The global energy crunch continues, marked by surging commodity prices and building speculation around supply. This week, eyes are on China—the world’s largest exporter of goods—as the country grapples with ongoing shortages and their ripple effect across the nation’s economy and key commodities, especially metals crucial in the manufacturing sector.
The week opened with an increase in crude oil prices topping $80 per barrel for both West Texas Intermediate and Brent benchmarks. Although many discussions have been centered around surging gas prices and the potential for global power shortages, the impacts of the crunch are broad and will affect a wide variety of industries and consumers.
In response to escalating shortages in China, its government announced that it would relax coal power pricing through several means to allow power companies to accept and sell coal-fired power. The government had previously implemented tariffs and grid price ceilings on coal-generated power to stabilize the market and meet climate goals. Relaxing pricing mandates will in effect cause prices to the consumer to rise further, up to 20%, according to Bloomberg, and will certainly have an impact on energy-intensive industries such as manufacturing.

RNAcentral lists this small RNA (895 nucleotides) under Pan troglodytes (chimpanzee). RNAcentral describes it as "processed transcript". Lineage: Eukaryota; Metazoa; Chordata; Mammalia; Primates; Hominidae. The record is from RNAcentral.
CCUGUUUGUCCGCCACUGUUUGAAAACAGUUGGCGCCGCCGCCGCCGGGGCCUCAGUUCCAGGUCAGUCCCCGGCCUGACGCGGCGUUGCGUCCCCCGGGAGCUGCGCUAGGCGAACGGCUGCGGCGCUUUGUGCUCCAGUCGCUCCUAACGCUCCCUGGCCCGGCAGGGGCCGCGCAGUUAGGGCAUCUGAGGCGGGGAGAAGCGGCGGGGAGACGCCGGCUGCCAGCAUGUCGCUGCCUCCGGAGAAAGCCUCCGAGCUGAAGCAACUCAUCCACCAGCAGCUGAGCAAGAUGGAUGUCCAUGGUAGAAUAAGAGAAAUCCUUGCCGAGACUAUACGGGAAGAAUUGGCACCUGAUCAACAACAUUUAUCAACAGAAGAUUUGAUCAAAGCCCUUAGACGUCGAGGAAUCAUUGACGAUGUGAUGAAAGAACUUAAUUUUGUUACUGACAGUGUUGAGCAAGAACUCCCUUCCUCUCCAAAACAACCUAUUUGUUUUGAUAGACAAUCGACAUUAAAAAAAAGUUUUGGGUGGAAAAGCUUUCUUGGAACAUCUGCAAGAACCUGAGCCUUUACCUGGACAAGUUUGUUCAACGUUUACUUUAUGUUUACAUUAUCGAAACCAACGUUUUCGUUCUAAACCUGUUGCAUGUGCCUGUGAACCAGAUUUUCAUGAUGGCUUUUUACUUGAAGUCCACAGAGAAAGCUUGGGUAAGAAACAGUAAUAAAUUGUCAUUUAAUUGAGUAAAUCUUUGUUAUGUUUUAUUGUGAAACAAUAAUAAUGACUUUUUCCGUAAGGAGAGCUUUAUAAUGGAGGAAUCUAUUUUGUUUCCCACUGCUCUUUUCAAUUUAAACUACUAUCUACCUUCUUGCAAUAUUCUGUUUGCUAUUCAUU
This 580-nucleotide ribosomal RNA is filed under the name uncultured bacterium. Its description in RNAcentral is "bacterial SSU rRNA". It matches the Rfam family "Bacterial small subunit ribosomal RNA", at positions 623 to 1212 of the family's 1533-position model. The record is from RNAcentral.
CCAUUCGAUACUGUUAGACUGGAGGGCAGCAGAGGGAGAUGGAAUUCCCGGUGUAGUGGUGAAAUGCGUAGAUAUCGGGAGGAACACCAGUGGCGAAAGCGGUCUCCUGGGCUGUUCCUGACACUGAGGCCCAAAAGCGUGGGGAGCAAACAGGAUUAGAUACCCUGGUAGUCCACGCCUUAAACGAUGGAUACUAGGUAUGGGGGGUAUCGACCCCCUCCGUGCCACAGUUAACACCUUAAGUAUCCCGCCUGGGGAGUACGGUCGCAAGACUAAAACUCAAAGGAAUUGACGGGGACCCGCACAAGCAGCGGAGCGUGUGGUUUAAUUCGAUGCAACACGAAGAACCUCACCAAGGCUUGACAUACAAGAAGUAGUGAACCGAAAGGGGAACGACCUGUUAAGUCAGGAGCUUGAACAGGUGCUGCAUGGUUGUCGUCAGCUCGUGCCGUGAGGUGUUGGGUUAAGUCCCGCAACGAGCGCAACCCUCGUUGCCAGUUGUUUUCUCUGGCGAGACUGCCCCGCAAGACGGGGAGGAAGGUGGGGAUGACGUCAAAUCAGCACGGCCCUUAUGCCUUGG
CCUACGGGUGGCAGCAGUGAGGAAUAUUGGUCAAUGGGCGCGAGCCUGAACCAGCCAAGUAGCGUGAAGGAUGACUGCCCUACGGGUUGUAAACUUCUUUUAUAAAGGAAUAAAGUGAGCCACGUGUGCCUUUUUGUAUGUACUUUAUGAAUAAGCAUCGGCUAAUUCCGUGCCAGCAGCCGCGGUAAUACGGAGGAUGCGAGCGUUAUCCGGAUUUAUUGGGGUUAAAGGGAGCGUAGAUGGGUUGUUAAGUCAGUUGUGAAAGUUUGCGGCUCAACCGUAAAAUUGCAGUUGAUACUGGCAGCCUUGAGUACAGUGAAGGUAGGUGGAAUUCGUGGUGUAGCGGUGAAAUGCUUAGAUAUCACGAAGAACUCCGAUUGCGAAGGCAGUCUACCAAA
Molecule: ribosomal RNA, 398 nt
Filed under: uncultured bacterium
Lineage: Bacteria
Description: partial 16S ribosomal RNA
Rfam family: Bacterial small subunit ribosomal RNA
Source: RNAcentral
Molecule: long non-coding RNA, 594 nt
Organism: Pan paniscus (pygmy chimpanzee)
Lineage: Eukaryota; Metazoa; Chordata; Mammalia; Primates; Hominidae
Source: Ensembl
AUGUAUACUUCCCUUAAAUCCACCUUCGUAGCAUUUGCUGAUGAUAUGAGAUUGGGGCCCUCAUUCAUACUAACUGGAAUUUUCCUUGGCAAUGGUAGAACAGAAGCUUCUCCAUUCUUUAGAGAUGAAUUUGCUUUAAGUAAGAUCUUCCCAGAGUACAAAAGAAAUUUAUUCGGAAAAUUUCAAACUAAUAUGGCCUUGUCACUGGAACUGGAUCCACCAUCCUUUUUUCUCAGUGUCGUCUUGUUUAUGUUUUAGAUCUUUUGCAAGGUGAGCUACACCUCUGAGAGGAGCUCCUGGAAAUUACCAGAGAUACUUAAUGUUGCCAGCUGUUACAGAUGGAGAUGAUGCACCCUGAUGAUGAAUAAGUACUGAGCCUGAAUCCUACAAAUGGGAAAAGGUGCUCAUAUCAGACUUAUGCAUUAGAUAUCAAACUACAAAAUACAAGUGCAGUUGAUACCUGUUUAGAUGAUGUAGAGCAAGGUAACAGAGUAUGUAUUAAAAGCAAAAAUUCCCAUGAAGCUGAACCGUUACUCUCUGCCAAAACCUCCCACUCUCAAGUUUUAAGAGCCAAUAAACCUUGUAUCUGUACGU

In particular, base metal production (iron, steel, copper and aluminum), already down this year, is facing uncertainty as manufacturing wavers due to energy shortages. This will affect manufacturers that rely on such metals. China’s official purchasing managers index, a key indicator of manufacturing activity, entered into contraction in September for the first time since February with a reading of 49.6, slightly below the contraction threshold of 50, according to Bloomberg.
While the overall impact on manufacturers will depend on the duration and scale of the hit to production, there are several consequences to consider. China is a major trade partner with the United States, and one of the leading sources of U.S. metal imports. A slowdown in production in China will lead to higher prices and a lower quantity of metal imports into the United States.
Globally, major exporters of metal with more stable power prices and supply—in other words, those not experiencing a power crunch—will benefit from China’s move, as metals from other countries are perfect substitutes. Countries with the capacity to do so will push production to fill China’s gap in the export market.